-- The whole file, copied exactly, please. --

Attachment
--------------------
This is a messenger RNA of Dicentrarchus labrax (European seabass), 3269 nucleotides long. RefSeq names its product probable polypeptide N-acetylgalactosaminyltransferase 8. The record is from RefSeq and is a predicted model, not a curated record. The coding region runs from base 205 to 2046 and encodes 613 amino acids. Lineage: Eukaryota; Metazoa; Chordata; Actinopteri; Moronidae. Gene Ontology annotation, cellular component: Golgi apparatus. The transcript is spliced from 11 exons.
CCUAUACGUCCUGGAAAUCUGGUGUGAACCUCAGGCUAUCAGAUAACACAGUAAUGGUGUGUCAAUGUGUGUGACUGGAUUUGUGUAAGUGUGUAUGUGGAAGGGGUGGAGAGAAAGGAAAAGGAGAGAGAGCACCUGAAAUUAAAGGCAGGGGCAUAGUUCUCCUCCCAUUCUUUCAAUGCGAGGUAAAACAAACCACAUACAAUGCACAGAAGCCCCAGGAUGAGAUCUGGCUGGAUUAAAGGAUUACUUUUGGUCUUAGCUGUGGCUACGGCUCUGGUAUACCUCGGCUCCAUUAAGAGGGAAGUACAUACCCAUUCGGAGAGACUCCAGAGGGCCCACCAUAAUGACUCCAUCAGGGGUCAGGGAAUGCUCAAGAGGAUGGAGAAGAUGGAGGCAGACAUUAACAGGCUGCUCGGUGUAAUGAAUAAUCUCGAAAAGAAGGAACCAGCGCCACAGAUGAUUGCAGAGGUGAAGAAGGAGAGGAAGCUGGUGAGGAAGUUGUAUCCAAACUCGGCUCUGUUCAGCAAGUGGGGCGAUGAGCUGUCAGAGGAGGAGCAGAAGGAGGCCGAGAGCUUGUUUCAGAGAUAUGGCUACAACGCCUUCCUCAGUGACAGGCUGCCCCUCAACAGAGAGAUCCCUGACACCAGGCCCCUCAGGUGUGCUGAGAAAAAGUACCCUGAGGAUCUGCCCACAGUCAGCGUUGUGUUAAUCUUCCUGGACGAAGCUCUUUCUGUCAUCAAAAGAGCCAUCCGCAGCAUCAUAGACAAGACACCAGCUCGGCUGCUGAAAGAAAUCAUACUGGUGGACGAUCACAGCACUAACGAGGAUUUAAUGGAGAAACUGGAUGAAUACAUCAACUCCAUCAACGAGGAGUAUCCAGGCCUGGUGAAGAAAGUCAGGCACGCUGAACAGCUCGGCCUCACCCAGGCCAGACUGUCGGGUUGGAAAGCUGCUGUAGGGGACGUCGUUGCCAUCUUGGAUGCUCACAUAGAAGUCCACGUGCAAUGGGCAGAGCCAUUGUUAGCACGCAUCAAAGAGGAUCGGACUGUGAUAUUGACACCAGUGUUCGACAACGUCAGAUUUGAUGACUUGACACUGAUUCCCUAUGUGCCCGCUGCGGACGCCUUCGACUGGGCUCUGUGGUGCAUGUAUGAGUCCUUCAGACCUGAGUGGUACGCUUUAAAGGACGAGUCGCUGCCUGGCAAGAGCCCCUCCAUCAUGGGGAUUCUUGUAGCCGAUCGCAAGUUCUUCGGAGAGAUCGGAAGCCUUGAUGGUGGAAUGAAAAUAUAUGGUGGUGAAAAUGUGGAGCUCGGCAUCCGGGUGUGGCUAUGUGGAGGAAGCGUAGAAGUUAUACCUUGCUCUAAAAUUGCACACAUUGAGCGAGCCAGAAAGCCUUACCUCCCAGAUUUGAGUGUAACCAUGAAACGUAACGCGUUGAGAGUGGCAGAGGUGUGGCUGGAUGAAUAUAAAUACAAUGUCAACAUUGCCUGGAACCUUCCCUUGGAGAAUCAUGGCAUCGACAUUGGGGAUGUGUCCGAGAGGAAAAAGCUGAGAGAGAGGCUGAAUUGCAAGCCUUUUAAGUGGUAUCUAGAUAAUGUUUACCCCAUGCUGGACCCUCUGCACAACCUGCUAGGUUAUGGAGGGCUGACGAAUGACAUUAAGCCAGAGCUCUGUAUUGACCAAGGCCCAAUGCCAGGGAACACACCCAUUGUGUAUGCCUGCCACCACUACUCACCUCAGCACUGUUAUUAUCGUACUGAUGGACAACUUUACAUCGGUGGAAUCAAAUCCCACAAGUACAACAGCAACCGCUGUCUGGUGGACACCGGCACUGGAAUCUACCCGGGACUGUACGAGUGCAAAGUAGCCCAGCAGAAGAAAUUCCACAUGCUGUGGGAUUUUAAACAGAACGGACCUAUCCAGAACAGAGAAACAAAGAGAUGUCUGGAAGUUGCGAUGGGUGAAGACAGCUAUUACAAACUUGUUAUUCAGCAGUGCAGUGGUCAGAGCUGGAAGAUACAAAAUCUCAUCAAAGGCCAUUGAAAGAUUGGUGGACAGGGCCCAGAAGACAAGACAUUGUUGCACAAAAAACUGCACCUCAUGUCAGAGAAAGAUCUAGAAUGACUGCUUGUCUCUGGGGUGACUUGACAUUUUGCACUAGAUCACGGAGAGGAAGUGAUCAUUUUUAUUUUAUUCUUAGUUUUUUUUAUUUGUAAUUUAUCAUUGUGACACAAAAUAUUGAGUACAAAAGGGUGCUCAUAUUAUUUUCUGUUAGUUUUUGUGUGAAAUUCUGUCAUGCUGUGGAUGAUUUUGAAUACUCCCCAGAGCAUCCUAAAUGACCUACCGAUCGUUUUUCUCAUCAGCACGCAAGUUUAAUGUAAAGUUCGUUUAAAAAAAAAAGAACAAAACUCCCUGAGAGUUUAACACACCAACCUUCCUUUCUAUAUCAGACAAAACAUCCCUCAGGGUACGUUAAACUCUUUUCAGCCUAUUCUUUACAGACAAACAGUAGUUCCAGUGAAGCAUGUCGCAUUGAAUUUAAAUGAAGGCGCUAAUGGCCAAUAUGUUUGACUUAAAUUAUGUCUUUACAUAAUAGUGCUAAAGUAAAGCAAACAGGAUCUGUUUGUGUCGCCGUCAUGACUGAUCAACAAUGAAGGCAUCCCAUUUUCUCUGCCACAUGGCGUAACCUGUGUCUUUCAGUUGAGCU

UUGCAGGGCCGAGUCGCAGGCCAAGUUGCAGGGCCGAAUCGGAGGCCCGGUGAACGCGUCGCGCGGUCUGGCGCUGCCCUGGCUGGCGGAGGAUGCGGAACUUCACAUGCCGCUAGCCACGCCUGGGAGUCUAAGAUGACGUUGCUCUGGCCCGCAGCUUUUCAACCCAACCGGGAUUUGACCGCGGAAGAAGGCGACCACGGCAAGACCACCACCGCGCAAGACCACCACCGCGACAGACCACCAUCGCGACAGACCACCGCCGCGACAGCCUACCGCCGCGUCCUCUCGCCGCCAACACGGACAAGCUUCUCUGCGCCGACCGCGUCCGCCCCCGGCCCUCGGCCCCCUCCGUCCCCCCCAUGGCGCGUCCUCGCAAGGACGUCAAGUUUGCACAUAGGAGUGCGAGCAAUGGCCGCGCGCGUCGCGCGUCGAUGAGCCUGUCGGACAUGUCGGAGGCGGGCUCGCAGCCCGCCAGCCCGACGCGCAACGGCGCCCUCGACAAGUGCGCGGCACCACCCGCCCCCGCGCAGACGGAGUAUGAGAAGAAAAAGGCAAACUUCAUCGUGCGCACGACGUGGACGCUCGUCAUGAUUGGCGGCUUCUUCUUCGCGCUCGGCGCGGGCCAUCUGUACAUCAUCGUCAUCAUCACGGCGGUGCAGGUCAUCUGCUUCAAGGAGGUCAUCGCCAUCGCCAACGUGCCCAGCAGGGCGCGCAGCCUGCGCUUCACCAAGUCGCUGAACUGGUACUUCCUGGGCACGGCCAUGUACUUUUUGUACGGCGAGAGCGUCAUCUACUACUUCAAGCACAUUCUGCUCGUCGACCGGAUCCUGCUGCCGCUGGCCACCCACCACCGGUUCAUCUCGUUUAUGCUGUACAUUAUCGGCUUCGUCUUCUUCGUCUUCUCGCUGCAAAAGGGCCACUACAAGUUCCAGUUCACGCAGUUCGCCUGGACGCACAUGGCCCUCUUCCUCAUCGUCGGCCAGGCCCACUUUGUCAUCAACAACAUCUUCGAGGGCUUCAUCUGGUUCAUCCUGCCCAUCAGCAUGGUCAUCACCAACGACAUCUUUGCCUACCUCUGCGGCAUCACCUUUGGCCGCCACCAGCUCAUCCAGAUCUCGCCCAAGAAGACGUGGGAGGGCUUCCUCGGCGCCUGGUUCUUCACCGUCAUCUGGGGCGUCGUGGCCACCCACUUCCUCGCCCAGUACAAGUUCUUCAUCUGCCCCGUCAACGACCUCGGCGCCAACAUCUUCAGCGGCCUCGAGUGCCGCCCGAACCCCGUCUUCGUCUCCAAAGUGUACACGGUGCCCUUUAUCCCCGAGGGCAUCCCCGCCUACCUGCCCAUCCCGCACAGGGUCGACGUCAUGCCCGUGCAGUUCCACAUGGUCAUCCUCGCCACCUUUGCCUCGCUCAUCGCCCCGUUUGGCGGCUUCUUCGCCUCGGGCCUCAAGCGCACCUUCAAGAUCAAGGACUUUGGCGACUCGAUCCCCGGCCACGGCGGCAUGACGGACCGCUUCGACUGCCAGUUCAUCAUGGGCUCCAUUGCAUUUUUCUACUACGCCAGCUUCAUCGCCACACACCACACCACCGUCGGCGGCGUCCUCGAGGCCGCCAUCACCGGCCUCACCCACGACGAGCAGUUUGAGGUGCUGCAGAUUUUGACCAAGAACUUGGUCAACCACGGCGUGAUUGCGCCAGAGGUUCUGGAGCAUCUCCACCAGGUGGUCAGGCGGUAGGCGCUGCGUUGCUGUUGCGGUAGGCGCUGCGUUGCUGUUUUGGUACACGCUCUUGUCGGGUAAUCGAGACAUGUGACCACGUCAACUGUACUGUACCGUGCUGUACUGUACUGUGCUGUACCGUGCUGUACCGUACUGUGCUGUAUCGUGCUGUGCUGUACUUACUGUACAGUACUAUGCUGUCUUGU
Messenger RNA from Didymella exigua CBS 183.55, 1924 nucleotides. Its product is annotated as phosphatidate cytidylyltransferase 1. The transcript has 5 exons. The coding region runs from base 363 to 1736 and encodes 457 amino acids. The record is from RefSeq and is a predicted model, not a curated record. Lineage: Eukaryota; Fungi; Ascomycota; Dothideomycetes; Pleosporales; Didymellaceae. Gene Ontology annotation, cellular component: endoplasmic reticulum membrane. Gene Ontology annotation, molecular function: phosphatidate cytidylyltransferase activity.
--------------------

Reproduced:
This is a messenger RNA of Dicentrarchus labrax (European seabass), 3269 nucleotides long. RefSeq names its product probable polypeptide N-acetylgalactosaminyltransferase 8. The record is from RefSeq and is a predicted model, not a curated record. The coding region runs from base 205 to 2046 and encodes 613 amino acids. Lineage: Eukaryota; Metazoa; Chordata; Actinopteri; Moronidae. Gene Ontology annotation, cellular component: Golgi apparatus. The transcript is spliced from 11 exons.
CCUAUACGUCCUGGAAAUCUGGUGUGAACCUCAGGCUAUCAGAUAACACAGUAAUGGUGUGUCAAUGUGUGUGACUGGAUUUGUGUAAGUGUGUAUGUGGAAGGGGUGGAGAGAAAGGAAAAGGAGAGAGAGCACCUGAAAUUAAAGGCAGGGGCAUAGUUCUCCUCCCAUUCUUUCAAUGCGAGGUAAAACAAACCACAUACAAUGCACAGAAGCCCCAGGAUGAGAUCUGGCUGGAUUAAAGGAUUACUUUUGGUCUUAGCUGUGGCUACGGCUCUGGUAUACCUCGGCUCCAUUAAGAGGGAAGUACAUACCCAUUCGGAGAGACUCCAGAGGGCCCACCAUAAUGACUCCAUCAGGGGUCAGGGAAUGCUCAAGAGGAUGGAGAAGAUGGAGGCAGACAUUAACAGGCUGCUCGGUGUAAUGAAUAAUCUCGAAAAGAAGGAACCAGCGCCACAGAUGAUUGCAGAGGUGAAGAAGGAGAGGAAGCUGGUGAGGAAGUUGUAUCCAAACUCGGCUCUGUUCAGCAAGUGGGGCGAUGAGCUGUCAGAGGAGGAGCAGAAGGAGGCCGAGAGCUUGUUUCAGAGAUAUGGCUACAACGCCUUCCUCAGUGACAGGCUGCCCCUCAACAGAGAGAUCCCUGACACCAGGCCCCUCAGGUGUGCUGAGAAAAAGUACCCUGAGGAUCUGCCCACAGUCAGCGUUGUGUUAAUCUUCCUGGACGAAGCUCUUUCUGUCAUCAAAAGAGCCAUCCGCAGCAUCAUAGACAAGACACCAGCUCGGCUGCUGAAAGAAAUCAUACUGGUGGACGAUCACAGCACUAACGAGGAUUUAAUGGAGAAACUGGAUGAAUACAUCAACUCCAUCAACGAGGAGUAUCCAGGCCUGGUGAAGAAAGUCAGGCACGCUGAACAGCUCGGCCUCACCCAGGCCAGACUGUCGGGUUGGAAAGCUGCUGUAGGGGACGUCGUUGCCAUCUUGGAUGCUCACAUAGAAGUCCACGUGCAAUGGGCAGAGCCAUUGUUAGCACGCAUCAAAGAGGAUCGGACUGUGAUAUUGACACCAGUGUUCGACAACGUCAGAUUUGAUGACUUGACACUGAUUCCCUAUGUGCCCGCUGCGGACGCCUUCGACUGGGCUCUGUGGUGCAUGUAUGAGUCCUUCAGACCUGAGUGGUACGCUUUAAAGGACGAGUCGCUGCCUGGCAAGAGCCCCUCCAUCAUGGGGAUUCUUGUAGCCGAUCGCAAGUUCUUCGGAGAGAUCGGAAGCCUUGAUGGUGGAAUGAAAAUAUAUGGUGGUGAAAAUGUGGAGCUCGGCAUCCGGGUGUGGCUAUGUGGAGGAAGCGUAGAAGUUAUACCUUGCUCUAAAAUUGCACACAUUGAGCGAGCCAGAAAGCCUUACCUCCCAGAUUUGAGUGUAACCAUGAAACGUAACGCGUUGAGAGUGGCAGAGGUGUGGCUGGAUGAAUAUAAAUACAAUGUCAACAUUGCCUGGAACCUUCCCUUGGAGAAUCAUGGCAUCGACAUUGGGGAUGUGUCCGAGAGGAAAAAGCUGAGAGAGAGGCUGAAUUGCAAGCCUUUUAAGUGGUAUCUAGAUAAUGUUUACCCCAUGCUGGACCCUCUGCACAACCUGCUAGGUUAUGGAGGGCUGACGAAUGACAUUAAGCCAGAGCUCUGUAUUGACCAAGGCCCAAUGCCAGGGAACACACCCAUUGUGUAUGCCUGCCACCACUACUCACCUCAGCACUGUUAUUAUCGUACUGAUGGACAACUUUACAUCGGUGGAAUCAAAUCCCACAAGUACAACAGCAACCGCUGUCUGGUGGACACCGGCACUGGAAUCUACCCGGGACUGUACGAGUGCAAAGUAGCCCAGCAGAAGAAAUUCCACAUGCUGUGGGAUUUUAAACAGAACGGACCUAUCCAGAACAGAGAAACAAAGAGAUGUCUGGAAGUUGCGAUGGGUGAAGACAGCUAUUACAAACUUGUUAUUCAGCAGUGCAGUGGUCAGAGCUGGAAGAUACAAAAUCUCAUCAAAGGCCAUUGAAAGAUUGGUGGACAGGGCCCAGAAGACAAGACAUUGUUGCACAAAAAACUGCACCUCAUGUCAGAGAAAGAUCUAGAAUGACUGCUUGUCUCUGGGGUGACUUGACAUUUUGCACUAGAUCACGGAGAGGAAGUGAUCAUUUUUAUUUUAUUCUUAGUUUUUUUUAUUUGUAAUUUAUCAUUGUGACACAAAAUAUUGAGUACAAAAGGGUGCUCAUAUUAUUUUCUGUUAGUUUUUGUGUGAAAUUCUGUCAUGCUGUGGAUGAUUUUGAAUACUCCCCAGAGCAUCCUAAAUGACCUACCGAUCGUUUUUCUCAUCAGCACGCAAGUUUAAUGUAAAGUUCGUUUAAAAAAAAAAGAACAAAACUCCCUGAGAGUUUAACACACCAACCUUCCUUUCUAUAUCAGACAAAACAUCCCUCAGGGUACGUUAAACUCUUUUCAGCCUAUUCUUUACAGACAAACAGUAGUUCCAGUGAAGCAUGUCGCAUUGAAUUUAAAUGAAGGCGCUAAUGGCCAAUAUGUUUGACUUAAAUUAUGUCUUUACAUAAUAGUGCUAAAGUAAAGCAAACAGGAUCUGUUUGUGUCGCCGUCAUGACUGAUCAACAAUGAAGGCAUCCCAUUUUCUCUGCCACAUGGCGUAACCUGUGUCUUUCAGUUGAGCU

UUGCAGGGCCGAGUCGCAGGCCAAGUUGCAGGGCCGAAUCGGAGGCCCGGUGAACGCGUCGCGCGGUCUGGCGCUGCCCUGGCUGGCGGAGGAUGCGGAACUUCACAUGCCGCUAGCCACGCCUGGGAGUCUAAGAUGACGUUGCUCUGGCCCGCAGCUUUUCAACCCAACCGGGAUUUGACCGCGGAAGAAGGCGACCACGGCAAGACCACCACCGCGCAAGACCACCACCGCGACAGACCACCAUCGCGACAGACCACCGCCGCGACAGCCUACCGCCGCGUCCUCUCGCCGCCAACACGGACAAGCUUCUCUGCGCCGACCGCGUCCGCCCCCGGCCCUCGGCCCCCUCCGUCCCCCCCAUGGCGCGUCCUCGCAAGGACGUCAAGUUUGCACAUAGGAGUGCGAGCAAUGGCCGCGCGCGUCGCGCGUCGAUGAGCCUGUCGGACAUGUCGGAGGCGGGCUCGCAGCCCGCCAGCCCGACGCGCAACGGCGCCCUCGACAAGUGCGCGGCACCACCCGCCCCCGCGCAGACGGAGUAUGAGAAGAAAAAGGCAAACUUCAUCGUGCGCACGACGUGGACGCUCGUCAUGAUUGGCGGCUUCUUCUUCGCGCUCGGCGCGGGCCAUCUGUACAUCAUCGUCAUCAUCACGGCGGUGCAGGUCAUCUGCUUCAAGGAGGUCAUCGCCAUCGCCAACGUGCCCAGCAGGGCGCGCAGCCUGCGCUUCACCAAGUCGCUGAACUGGUACUUCCUGGGCACGGCCAUGUACUUUUUGUACGGCGAGAGCGUCAUCUACUACUUCAAGCACAUUCUGCUCGUCGACCGGAUCCUGCUGCCGCUGGCCACCCACCACCGGUUCAUCUCGUUUAUGCUGUACAUUAUCGGCUUCGUCUUCUUCGUCUUCUCGCUGCAAAAGGGCCACUACAAGUUCCAGUUCACGCAGUUCGCCUGGACGCACAUGGCCCUCUUCCUCAUCGUCGGCCAGGCCCACUUUGUCAUCAACAACAUCUUCGAGGGCUUCAUCUGGUUCAUCCUGCCCAUCAGCAUGGUCAUCACCAACGACAUCUUUGCCUACCUCUGCGGCAUCACCUUUGGCCGCCACCAGCUCAUCCAGAUCUCGCCCAAGAAGACGUGGGAGGGCUUCCUCGGCGCCUGGUUCUUCACCGUCAUCUGGGGCGUCGUGGCCACCCACUUCCUCGCCCAGUACAAGUUCUUCAUCUGCCCCGUCAACGACCUCGGCGCCAACAUCUUCAGCGGCCUCGAGUGCCGCCCGAACCCCGUCUUCGUCUCCAAAGUGUACACGGUGCCCUUUAUCCCCGAGGGCAUCCCCGCCUACCUGCCCAUCCCGCACAGGGUCGACGUCAUGCCCGUGCAGUUCCACAUGGUCAUCCUCGCCACCUUUGCCUCGCUCAUCGCCCCGUUUGGCGGCUUCUUCGCCUCGGGCCUCAAGCGCACCUUCAAGAUCAAGGACUUUGGCGACUCGAUCCCCGGCCACGGCGGCAUGACGGACCGCUUCGACUGCCAGUUCAUCAUGGGCUCCAUUGCAUUUUUCUACUACGCCAGCUUCAUCGCCACACACCACACCACCGUCGGCGGCGUCCUCGAGGCCGCCAUCACCGGCCUCACCCACGACGAGCAGUUUGAGGUGCUGCAGAUUUUGACCAAGAACUUGGUCAACCACGGCGUGAUUGCGCCAGAGGUUCUGGAGCAUCUCCACCAGGUGGUCAGGCGGUAGGCGCUGCGUUGCUGUUGCGGUAGGCGCUGCGUUGCUGUUUUGGUACACGCUCUUGUCGGGUAAUCGAGACAUGUGACCACGUCAACUGUACUGUACCGUGCUGUACUGUACUGUGCUGUACCGUGCUGUACCGUACUGUGCUGUAUCGUGCUGUGCUGUACUUACUGUACAGUACUAUGCUGUCUUGU
Messenger RNA from Didymella exigua CBS 183.55, 1924 nucleotides. Its product is annotated as phosphatidate cytidylyltransferase 1. The transcript has 5 exons. The coding region runs from base 363 to 1736 and encodes 457 amino acids. The record is from RefSeq and is a predicted model, not a curated record. Lineage: Eukaryota; Fungi; Ascomycota; Dothideomycetes; Pleosporales; Didymellaceae. Gene Ontology annotation, cellular component: endoplasmic reticulum membrane. Gene Ontology annotation, molecular function: phosphatidate cytidylyltransferase activity.